ALBUM: Abigail Williams – The Accuser
October 30th, 2015
How many times can a band change direction before it seems like they’re constantly running after the bandwagon? Overall, it depends on the quality of the record. Since this is American black metal outfit Abigail Williams‘ umpteenth change in sound, and it does approach atmospheric elements of black metal that have been extremely popular recently, it would be fair to look at it with suspicion.
Basically, AW‘s first album is ferocious black metal combined with some slightly campy symphonic influences. They then changed it to a more contained chaos with a clean-riffing style without the symphonies, and it suited them a lot more. Even their first EP has some metalcore influences… that’s nothing surprising. Though a lot of bands take a release or two to find their sound, and considering the amount of line-up changes the band this have gone through, it’s not a shock that their general sound changes like the seasons.
The suspicion comes with Abigail Williams‘ latest release, ‘The Accuser’, which ditches the clean and cut-throat guitars for speedy and heavily muddled instrumentals. It’s a sound which is heard on Deafheaven‘s ‘Sunbather’ (the most recent ‘black metal’ success to break out of the genre) and Ghost Bath‘s material, and it’s hard not to wonder if Abigail Williams wanted in on the more atmospheric scene, especially when you consider how fast this development came to be.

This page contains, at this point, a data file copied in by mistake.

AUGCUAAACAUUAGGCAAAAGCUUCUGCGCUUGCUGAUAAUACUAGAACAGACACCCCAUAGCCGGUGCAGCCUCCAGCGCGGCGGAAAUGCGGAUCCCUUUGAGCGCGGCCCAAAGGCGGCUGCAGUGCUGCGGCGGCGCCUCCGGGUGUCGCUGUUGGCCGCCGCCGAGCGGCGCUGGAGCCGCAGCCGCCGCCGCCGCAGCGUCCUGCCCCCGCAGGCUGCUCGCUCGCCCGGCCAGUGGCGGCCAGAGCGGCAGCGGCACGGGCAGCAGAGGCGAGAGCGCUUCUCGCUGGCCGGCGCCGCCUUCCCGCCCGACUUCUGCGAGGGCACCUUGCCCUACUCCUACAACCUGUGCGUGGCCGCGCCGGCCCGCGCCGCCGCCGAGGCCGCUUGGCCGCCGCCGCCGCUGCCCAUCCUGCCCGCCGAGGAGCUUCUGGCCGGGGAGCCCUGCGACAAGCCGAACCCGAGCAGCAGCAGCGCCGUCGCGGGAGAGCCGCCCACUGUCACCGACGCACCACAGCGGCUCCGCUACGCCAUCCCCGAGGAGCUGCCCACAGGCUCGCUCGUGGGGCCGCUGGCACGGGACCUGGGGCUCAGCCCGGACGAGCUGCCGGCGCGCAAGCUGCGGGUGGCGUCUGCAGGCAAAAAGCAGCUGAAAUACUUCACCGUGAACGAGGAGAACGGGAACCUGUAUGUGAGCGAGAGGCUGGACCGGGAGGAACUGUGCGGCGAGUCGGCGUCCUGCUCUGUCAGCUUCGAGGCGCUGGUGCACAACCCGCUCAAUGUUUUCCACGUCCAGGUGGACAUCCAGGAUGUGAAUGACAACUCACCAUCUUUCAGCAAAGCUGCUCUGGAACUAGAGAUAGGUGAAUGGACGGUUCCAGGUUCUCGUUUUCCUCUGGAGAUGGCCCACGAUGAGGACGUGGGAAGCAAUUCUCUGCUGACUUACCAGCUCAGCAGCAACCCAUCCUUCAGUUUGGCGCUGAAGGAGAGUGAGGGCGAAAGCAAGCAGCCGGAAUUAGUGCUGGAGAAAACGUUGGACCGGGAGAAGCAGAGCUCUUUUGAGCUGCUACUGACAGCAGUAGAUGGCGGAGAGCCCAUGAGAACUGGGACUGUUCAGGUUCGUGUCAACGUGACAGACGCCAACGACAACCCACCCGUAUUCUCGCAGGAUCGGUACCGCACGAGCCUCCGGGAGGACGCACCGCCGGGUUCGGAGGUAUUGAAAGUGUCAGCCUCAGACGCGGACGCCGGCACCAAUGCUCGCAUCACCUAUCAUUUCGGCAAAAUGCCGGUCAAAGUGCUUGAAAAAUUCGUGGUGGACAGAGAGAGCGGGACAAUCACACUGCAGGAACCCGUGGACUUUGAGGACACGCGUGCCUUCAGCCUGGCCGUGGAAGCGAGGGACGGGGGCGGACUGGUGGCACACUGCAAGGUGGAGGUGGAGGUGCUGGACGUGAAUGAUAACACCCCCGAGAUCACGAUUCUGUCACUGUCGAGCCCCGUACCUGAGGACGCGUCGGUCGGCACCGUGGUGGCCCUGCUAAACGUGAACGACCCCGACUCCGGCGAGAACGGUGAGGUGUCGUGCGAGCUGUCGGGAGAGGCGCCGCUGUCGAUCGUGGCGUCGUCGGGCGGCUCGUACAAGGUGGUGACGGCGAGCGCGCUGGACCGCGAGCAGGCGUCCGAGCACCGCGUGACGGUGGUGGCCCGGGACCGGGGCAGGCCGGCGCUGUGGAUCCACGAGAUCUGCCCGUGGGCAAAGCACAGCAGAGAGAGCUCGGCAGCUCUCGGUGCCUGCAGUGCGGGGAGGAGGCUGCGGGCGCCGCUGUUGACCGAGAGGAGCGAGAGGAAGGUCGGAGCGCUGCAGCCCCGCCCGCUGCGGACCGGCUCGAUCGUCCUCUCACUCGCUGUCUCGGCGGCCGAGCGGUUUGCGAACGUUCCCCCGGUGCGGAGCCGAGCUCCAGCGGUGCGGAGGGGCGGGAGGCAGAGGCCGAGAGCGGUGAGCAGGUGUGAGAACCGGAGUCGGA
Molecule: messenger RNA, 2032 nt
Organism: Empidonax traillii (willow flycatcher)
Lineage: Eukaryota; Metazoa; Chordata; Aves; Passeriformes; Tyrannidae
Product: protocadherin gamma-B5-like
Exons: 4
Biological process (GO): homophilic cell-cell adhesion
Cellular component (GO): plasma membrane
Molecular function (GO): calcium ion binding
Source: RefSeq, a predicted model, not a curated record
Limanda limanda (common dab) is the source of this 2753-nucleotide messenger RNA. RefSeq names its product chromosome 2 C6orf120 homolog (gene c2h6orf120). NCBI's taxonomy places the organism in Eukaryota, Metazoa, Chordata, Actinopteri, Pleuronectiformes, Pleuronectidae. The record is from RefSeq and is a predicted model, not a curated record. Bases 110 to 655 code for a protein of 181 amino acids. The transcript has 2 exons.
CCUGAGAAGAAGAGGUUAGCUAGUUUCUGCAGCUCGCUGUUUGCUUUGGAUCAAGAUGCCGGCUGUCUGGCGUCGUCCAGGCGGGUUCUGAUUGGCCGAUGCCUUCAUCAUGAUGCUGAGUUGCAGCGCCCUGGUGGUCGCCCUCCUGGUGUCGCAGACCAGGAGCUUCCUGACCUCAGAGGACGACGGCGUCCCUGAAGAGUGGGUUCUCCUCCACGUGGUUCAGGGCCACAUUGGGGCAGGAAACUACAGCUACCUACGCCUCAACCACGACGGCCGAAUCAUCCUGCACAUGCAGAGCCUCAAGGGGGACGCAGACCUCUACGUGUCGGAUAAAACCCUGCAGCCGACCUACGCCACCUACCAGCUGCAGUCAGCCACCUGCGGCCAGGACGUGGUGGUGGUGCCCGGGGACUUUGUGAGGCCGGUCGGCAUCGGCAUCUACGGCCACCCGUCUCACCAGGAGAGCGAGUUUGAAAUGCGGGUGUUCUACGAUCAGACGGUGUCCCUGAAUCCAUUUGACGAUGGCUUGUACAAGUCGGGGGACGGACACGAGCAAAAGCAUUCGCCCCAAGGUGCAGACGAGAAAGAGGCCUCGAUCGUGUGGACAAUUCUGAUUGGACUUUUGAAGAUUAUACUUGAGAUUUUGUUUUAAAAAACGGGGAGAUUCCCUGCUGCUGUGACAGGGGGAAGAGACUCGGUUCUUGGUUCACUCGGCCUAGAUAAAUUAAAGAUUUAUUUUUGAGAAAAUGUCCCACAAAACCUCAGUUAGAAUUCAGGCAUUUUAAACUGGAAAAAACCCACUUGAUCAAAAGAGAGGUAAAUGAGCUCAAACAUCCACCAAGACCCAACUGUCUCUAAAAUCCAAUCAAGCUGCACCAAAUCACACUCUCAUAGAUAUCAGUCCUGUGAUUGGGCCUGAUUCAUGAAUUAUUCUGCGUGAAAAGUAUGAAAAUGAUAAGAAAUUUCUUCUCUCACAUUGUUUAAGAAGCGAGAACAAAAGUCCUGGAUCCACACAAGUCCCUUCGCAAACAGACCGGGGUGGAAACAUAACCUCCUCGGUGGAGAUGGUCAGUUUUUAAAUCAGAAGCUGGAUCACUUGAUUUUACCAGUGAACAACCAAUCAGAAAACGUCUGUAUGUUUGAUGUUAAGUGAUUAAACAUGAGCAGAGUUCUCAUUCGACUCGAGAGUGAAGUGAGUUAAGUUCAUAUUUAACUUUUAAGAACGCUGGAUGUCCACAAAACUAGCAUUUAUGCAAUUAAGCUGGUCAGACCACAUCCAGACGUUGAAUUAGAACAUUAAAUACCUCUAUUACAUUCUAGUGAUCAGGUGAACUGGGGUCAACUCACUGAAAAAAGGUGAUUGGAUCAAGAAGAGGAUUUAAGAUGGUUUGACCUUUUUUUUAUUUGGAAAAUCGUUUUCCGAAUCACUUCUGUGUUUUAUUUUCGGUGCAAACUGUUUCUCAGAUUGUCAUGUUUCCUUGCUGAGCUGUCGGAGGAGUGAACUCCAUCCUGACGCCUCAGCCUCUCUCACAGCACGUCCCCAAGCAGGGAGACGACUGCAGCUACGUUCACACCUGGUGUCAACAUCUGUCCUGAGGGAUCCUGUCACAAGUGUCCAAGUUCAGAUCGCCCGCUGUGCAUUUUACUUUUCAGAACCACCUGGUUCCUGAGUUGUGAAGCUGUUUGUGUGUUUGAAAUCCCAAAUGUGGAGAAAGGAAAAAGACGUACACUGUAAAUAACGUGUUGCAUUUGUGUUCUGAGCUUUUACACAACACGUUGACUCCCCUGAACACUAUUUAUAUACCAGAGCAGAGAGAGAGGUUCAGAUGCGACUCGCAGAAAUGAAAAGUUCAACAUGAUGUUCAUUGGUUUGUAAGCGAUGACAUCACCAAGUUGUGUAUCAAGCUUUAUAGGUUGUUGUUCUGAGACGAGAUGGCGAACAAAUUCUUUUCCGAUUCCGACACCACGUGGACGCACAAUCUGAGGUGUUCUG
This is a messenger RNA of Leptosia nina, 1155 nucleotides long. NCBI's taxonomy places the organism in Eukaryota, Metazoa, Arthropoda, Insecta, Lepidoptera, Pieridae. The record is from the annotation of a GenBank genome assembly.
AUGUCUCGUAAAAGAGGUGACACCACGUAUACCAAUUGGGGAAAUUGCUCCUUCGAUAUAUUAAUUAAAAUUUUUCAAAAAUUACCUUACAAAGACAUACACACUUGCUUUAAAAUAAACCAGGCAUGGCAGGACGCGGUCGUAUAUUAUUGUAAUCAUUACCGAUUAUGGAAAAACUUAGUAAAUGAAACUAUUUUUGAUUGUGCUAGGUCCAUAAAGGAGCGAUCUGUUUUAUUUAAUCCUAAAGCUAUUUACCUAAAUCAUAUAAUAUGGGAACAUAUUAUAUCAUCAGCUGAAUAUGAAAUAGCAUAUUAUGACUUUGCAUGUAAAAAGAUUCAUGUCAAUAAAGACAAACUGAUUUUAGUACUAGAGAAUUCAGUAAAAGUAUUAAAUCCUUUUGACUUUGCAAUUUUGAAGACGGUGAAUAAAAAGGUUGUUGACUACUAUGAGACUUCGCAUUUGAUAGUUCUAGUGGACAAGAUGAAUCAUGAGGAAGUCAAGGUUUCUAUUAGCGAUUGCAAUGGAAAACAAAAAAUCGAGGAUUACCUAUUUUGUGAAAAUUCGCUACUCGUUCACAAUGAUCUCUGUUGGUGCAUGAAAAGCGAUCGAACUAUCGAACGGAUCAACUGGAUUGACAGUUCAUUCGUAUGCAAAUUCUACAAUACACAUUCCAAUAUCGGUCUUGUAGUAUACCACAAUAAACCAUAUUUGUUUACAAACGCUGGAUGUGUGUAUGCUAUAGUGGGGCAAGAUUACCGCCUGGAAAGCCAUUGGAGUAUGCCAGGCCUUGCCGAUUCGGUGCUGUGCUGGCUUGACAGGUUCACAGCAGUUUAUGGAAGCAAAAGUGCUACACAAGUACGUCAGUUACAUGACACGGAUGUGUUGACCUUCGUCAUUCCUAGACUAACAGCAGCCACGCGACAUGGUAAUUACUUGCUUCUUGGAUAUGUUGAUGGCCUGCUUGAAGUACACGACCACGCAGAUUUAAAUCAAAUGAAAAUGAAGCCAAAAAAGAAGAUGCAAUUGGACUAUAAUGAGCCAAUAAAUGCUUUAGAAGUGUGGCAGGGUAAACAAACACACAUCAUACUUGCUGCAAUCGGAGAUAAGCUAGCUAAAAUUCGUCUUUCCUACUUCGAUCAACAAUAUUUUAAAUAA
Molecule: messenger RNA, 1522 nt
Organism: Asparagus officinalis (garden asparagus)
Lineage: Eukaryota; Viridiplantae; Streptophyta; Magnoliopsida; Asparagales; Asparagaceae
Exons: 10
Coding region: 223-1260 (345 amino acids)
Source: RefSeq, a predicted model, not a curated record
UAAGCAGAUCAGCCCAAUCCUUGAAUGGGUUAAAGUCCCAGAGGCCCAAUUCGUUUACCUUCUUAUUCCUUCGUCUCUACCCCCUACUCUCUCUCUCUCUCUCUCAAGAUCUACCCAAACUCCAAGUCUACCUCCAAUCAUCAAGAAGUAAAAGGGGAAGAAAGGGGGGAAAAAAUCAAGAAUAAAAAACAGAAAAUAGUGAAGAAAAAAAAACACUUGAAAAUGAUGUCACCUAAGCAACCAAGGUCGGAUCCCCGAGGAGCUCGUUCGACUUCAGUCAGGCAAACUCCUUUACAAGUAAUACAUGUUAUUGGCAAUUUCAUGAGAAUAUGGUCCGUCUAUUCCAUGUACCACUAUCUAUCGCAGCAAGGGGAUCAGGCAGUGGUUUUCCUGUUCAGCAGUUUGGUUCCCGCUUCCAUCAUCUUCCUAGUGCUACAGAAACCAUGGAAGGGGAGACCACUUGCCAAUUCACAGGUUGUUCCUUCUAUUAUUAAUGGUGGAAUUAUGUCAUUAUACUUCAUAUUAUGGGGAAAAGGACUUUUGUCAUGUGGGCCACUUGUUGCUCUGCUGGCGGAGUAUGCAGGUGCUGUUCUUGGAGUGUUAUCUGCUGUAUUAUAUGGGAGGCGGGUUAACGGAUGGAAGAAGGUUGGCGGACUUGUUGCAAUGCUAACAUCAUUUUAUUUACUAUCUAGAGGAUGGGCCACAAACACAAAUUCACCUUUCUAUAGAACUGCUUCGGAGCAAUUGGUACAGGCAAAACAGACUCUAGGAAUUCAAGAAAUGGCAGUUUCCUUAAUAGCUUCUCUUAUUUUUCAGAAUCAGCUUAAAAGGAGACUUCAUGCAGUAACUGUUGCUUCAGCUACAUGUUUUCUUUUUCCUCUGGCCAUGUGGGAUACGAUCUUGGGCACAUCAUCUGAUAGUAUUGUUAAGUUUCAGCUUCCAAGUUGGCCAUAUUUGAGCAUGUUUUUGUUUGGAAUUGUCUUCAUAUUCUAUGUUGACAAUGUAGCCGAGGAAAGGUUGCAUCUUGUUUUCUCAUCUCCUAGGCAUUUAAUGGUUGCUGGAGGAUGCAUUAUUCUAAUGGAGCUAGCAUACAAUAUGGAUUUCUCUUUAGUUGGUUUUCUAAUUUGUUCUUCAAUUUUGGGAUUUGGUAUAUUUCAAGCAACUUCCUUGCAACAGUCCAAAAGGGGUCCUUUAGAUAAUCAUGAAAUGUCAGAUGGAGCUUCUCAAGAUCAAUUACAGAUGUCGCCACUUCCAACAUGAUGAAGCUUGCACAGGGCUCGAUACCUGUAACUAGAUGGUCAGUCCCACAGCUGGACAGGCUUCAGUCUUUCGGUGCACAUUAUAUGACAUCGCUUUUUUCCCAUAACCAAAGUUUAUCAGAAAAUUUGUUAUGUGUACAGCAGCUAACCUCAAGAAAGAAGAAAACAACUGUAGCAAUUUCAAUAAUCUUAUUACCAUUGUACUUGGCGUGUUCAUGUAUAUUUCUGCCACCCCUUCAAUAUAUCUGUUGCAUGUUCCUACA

‘The Accuser’ isn’t a bad record, despite the fact that some tracks do absolutely nothing. Opener, ‘Path Of Broken Glass’, doesn’t take you anywhere or do anything, it just rumbles on for five minutes. The album does get better when it switches up its tone a bit on tracks like ‘Will, Wish, Desire’ which has a good build-up into a melodic guitar solo, which then goes into ‘Godhead’, which sounds like a more vicious, traditional black metal song.
The album’s obvious highlights are when it throws in these more unexpected moments, like the fun riff in the middle of ‘Lost Communion’ that sounds like it could’ve come off a Kvelertak record. It just takes wading through some sub par, done before modern black metal to get to these tiny gems.
Written by Jack King (@Jackingy)